Afghan officials and mourners perform funeral prayers over the coffin of Angiza Shinwari, a provincial member, in Jalalabad on Feb. 16, 2015.
Noorullah Shirzada—AFP/Getty Images
By Sam Frizell
February 18, 2015

More civilians died in Afghanistan in 2014 than in any year since the year the United Nations began keeping records in 2009, signaling a new level of violence and ground engagements between Taliban insurgents and the embattled Kabul-based government.

The U.N. said Wednesday that it documented 10,548 civilian casualties in 2014, including almost 3,700 deaths, a 25% rise in fatalities over the year before. It was the first year casualties surpassed 10,000 since record-keeping began in 2009.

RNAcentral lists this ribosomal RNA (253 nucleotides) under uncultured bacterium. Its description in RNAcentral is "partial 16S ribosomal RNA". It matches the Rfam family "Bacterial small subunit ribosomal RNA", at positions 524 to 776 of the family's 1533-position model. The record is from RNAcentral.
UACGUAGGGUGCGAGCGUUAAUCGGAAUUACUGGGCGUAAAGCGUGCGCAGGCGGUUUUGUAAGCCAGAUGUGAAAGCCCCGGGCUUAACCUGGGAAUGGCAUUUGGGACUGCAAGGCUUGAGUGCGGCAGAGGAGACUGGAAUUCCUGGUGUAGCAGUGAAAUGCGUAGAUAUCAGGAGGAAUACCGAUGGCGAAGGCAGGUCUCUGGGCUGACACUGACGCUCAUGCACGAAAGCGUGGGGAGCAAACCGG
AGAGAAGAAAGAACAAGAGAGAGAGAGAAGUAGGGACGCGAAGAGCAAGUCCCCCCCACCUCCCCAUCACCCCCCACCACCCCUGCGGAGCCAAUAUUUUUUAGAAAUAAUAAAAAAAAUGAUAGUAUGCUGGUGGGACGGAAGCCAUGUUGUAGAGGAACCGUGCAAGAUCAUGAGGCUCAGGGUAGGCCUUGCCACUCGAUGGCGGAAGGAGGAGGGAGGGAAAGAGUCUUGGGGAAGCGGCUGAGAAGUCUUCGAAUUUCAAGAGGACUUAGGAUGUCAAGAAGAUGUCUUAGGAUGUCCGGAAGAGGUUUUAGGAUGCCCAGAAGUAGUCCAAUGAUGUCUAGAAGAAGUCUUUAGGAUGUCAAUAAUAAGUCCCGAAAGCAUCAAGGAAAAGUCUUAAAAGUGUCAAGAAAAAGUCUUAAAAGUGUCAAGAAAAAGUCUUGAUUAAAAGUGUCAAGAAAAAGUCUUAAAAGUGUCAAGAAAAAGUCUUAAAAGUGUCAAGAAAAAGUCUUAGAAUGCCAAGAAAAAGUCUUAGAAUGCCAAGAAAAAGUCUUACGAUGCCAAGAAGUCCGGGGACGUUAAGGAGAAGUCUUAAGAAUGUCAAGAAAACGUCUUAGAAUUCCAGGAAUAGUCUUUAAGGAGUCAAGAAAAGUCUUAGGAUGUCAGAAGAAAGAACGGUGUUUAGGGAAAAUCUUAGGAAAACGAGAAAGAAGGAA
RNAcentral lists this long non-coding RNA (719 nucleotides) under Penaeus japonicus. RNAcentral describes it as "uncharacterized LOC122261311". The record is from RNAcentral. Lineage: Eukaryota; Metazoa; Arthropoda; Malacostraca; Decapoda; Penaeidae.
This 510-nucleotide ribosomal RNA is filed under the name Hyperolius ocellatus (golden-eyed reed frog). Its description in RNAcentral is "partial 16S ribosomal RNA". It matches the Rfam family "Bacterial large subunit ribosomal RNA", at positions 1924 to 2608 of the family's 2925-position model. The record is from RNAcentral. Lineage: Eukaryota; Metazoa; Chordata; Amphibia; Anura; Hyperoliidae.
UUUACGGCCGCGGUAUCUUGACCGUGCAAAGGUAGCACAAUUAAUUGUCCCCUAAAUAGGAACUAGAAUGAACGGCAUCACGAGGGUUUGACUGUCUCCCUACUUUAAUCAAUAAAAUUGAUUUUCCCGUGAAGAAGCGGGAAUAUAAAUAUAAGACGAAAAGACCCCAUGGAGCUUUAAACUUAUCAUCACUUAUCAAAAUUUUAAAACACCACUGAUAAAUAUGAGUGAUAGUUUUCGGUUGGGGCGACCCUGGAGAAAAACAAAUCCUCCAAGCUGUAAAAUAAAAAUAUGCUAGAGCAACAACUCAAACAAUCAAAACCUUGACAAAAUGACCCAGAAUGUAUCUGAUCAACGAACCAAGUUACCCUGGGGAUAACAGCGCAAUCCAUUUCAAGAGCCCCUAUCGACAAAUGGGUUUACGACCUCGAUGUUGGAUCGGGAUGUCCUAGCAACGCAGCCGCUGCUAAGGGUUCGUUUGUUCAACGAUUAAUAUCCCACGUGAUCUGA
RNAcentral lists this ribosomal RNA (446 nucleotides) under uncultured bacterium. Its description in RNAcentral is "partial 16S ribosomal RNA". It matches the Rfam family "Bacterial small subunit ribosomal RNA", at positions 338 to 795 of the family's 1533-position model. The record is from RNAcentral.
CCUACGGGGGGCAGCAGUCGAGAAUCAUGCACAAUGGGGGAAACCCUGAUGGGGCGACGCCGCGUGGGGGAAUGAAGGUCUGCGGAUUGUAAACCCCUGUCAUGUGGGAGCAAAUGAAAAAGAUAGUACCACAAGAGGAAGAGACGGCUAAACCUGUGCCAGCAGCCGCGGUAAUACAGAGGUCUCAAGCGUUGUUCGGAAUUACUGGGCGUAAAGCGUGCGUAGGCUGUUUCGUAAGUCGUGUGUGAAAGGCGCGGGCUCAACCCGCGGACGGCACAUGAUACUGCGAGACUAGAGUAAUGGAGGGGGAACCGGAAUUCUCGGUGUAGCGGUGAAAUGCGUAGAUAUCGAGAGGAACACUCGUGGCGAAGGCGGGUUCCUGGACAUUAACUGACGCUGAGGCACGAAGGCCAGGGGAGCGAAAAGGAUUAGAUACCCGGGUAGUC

The bloodshed has been caused primarily by the change in ground warfare, with fewer American-led coalition troops fighting and less air support available to keep the Taliban from massing in large groups. Afghan troops are facing the insurgents in a head-on fight, increasing casualties on the ground.

“In communities across Afghanistan, increased ground fighting among parties to the conflict and more IED attacks exacted a heavy toll on Afghan civilians,” said the U.N. Secretary-General’s Special Representative for Afghanistan, Nicholas Haysom. “Rising civilian deaths and injuries in 2014 attests to a failure to fulfill commitments to protect Afghan civilians from harm.”

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